BREXIT and Boris and other bastardised bother – that’s my embarkation point this morning.
The inhabitant of this ledge has long believed that Boris Johnson is a ruthless, scheming, out-for-himself operator and not the charming bumbler of all too convenient pretence. If proof were needed of his reckless regard towards anyone who isn’t called Boris Johnson, it finally arrived when simply by opening his big mouth he possibly condemned a British-Iranian woman to a further five years in jail.
Good sense is a foreign land to Johnson – and let’s get over the creepily chummy Boris business. The Foreign Secretary said to a parliamentary committee last week that Nazanin Zaghari-Ratcliffe had been “simply teaching people journalism”. Her distraught family say she was in Iran on holiday.
Now Iranian state television has cited Johnson’s idiot words as proof she had been spying for the British – and that could double her five-year sentence.
Johnson has always been good with words, in the sense that he writes well and knows how to grab attention with a speech. But he is also careless with words: speaking and writing is a self-boosting performance art to him – with an ‘ah’ and a bumble, he’s off again, seemingly saying whatever comes off the top of his head.
This ability served him well as a columnist, where saying whatever happens to be uppermost in the mental attic is all part of the act. But as Foreign Secretary, Johnson should show far greater caution. Words have impact – and his careless words about Zaghari-Ratcliffe may well keep her in jail and away from her young daughter and British husband for another five years.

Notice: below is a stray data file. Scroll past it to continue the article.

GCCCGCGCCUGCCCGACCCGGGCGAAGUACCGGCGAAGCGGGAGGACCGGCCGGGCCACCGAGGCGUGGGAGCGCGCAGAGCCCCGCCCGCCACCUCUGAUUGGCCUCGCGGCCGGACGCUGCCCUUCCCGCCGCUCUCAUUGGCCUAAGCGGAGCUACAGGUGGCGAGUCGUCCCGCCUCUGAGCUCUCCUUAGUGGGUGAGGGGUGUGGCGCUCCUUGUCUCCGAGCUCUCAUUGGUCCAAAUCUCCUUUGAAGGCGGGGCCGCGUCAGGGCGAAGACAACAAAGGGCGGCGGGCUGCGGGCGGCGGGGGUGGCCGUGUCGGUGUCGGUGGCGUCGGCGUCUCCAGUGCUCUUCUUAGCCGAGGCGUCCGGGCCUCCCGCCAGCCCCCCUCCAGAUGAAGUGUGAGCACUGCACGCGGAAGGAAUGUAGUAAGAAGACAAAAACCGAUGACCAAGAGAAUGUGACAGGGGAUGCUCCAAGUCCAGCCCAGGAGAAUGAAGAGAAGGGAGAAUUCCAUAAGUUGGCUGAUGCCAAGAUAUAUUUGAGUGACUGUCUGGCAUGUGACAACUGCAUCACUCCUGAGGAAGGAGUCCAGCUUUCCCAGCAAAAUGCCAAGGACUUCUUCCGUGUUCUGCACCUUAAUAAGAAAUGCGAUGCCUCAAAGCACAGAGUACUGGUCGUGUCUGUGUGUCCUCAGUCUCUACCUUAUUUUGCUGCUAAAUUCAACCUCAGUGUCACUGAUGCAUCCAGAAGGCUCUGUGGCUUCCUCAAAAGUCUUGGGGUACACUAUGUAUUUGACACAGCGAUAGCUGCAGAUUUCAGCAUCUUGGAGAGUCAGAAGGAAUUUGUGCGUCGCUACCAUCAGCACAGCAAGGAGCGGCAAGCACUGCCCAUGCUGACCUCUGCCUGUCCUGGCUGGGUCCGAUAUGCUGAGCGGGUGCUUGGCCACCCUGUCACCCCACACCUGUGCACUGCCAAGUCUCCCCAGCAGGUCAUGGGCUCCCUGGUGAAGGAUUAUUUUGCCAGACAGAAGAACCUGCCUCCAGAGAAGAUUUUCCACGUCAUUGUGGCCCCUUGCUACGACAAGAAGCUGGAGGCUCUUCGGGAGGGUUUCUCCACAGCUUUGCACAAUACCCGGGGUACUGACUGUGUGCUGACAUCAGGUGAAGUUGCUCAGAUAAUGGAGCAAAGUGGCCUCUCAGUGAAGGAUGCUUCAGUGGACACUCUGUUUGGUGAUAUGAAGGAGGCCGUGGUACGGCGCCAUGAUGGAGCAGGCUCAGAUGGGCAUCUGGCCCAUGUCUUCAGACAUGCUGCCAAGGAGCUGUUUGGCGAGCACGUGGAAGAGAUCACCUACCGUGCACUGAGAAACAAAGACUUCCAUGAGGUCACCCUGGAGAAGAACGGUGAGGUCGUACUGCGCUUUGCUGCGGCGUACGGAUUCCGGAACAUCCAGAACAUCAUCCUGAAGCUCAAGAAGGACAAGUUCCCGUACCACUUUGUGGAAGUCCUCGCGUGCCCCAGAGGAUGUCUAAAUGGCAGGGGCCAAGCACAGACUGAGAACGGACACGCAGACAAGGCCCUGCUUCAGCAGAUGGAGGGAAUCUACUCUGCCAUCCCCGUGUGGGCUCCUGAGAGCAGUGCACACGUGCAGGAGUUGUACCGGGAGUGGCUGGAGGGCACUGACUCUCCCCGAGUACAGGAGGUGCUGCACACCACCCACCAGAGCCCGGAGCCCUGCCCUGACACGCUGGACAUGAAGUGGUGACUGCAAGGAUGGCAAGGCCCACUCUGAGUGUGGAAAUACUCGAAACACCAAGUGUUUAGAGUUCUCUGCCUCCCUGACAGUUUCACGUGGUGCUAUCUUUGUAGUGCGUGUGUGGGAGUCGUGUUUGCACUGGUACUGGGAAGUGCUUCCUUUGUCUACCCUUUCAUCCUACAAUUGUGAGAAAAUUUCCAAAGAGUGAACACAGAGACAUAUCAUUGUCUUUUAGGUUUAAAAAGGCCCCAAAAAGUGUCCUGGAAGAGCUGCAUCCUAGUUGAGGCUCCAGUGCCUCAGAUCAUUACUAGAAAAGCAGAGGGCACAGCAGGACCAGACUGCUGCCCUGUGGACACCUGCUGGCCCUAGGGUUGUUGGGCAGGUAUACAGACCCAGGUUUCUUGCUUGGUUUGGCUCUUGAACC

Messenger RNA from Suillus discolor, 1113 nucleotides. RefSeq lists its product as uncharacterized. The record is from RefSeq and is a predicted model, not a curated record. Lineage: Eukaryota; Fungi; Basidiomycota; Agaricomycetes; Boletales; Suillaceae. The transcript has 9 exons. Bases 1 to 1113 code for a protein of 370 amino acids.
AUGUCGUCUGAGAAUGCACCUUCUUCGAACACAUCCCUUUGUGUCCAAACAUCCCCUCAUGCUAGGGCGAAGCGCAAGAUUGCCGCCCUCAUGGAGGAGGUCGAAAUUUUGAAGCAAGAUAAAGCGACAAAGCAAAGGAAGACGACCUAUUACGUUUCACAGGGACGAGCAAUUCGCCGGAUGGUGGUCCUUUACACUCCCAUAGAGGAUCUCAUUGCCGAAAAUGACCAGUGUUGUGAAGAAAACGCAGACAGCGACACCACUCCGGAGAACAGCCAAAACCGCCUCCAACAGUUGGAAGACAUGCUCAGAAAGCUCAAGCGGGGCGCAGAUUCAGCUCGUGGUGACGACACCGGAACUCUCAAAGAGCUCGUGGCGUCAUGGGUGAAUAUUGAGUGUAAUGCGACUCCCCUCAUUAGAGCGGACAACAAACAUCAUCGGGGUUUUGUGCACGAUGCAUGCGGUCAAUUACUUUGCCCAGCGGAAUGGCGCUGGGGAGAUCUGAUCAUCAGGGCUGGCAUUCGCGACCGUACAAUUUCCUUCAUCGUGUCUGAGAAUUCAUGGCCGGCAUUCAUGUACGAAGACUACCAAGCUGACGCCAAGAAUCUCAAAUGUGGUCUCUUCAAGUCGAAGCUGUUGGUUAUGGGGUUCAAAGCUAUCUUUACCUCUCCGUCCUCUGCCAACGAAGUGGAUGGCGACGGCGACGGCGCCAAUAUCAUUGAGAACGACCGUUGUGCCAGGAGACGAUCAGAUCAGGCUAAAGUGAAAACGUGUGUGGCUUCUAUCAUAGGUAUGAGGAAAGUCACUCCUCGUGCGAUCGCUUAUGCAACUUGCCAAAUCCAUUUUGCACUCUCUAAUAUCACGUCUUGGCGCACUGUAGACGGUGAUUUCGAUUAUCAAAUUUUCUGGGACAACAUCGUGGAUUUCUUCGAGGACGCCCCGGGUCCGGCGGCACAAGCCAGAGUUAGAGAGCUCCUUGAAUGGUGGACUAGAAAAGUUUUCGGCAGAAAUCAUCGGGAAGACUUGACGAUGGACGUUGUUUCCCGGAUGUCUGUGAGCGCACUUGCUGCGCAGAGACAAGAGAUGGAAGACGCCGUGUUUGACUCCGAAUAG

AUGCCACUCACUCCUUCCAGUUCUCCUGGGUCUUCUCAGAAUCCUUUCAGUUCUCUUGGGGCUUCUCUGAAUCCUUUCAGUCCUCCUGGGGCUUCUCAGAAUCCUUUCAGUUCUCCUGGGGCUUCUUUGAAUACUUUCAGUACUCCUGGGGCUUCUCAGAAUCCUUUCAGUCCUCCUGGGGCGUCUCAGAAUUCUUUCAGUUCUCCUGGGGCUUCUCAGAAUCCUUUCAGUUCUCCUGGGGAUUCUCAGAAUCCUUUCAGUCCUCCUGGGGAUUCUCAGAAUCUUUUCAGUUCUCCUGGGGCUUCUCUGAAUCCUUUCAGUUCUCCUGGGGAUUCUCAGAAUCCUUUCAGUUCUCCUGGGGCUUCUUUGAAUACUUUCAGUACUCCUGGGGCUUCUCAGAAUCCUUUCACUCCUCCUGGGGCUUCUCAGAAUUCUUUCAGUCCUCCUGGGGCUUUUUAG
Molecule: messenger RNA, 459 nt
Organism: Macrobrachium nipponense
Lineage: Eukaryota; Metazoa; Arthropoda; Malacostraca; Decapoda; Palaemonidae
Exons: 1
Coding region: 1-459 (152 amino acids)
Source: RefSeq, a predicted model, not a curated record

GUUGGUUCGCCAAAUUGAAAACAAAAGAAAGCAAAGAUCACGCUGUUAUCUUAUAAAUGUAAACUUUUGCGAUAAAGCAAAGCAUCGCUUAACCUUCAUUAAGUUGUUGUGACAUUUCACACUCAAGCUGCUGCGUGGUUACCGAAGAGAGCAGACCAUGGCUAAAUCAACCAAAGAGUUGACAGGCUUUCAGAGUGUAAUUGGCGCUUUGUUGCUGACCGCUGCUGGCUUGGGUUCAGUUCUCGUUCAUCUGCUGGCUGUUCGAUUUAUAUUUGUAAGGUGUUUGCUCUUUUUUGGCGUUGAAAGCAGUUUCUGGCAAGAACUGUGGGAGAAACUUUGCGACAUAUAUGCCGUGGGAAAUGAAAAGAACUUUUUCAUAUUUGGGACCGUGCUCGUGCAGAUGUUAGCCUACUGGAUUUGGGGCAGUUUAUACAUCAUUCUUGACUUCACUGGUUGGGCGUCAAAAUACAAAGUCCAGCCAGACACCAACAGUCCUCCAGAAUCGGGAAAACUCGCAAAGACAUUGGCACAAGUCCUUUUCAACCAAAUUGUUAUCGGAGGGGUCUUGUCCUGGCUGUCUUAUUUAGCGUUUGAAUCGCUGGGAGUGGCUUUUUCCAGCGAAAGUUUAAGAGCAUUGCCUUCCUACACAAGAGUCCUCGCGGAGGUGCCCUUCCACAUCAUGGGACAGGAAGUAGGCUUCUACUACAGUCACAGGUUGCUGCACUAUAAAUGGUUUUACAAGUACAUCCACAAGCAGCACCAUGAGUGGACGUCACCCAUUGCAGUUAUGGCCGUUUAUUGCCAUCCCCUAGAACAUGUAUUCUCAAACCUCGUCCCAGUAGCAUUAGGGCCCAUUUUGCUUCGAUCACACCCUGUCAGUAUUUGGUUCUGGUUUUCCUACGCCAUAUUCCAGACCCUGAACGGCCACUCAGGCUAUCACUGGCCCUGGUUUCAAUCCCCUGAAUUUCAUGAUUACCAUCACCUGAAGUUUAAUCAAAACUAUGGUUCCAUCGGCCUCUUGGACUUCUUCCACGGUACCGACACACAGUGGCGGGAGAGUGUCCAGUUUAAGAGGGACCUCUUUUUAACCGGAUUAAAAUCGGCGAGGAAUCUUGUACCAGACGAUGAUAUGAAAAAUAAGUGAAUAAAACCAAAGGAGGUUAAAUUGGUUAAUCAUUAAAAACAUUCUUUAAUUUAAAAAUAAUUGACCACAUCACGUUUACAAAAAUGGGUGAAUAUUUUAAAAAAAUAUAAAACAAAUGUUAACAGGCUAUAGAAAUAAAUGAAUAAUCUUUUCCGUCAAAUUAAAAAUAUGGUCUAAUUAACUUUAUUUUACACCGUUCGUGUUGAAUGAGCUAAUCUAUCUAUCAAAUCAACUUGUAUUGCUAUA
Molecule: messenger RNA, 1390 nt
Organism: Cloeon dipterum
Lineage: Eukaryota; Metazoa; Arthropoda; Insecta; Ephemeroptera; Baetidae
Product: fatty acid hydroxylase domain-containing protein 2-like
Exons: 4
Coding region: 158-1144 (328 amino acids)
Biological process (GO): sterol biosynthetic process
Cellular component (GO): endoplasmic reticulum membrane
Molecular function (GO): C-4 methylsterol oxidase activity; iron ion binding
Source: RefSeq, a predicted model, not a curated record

Johnson has since made a very reluctant apology – an apology so tardy as to be a further insult. This morning’s Daily Mirror makes a reasonable demand to Theresa May – listing the damage done to Zaghari-Ratcliffe by her foreign secretary’s rogue elephant mouth, then saying: “Now sack him.”
That seems unlikely as Mrs Maybe is a weak prime minister held hostage by unravelling events – and by her own cabinet.
This morning she outlines plans to set the time and date of our departure from the EU in law, warning she will not “tolerate” any attempt to block Brexit.
Theresa May stamping her feet and saying she won’t tolerate something is like a teacher who long ago lost control of her class standing there in tears and mumbling that this behaviour is appalling. No one is listening, and they are all shouting whatever they want to shout.
She’s lost two Cabinet ministers in a week, for heaven’s sake: a groping Defence Secretary and a gone-rogue international development minister. The hill on which Mrs Maybe stands is not high or mighty, but a molehill and she will only be allowed to stay for so much longer. Not a place from which to made demands.
Now I know that Brexit hasn’t happened yet: for good or bad we are still merely at the shouting and squabbling stage. A country that has a more than reasonable claim to past greatness has been reduced to a sectional land where the two halves of the Brexit debate pour rancour on each other. And nothing else gets done.
People look at us from abroad, and wonder whether they’d misunderstood us for all those years. Where, they ask, are the sensible Brits with their calm heads and understated manners? Perhaps, they think with a shrug, before turning their attention to something more important, the Brits just aren’t so great any more.
Still, Theresa May is making demands, so everything will be all right.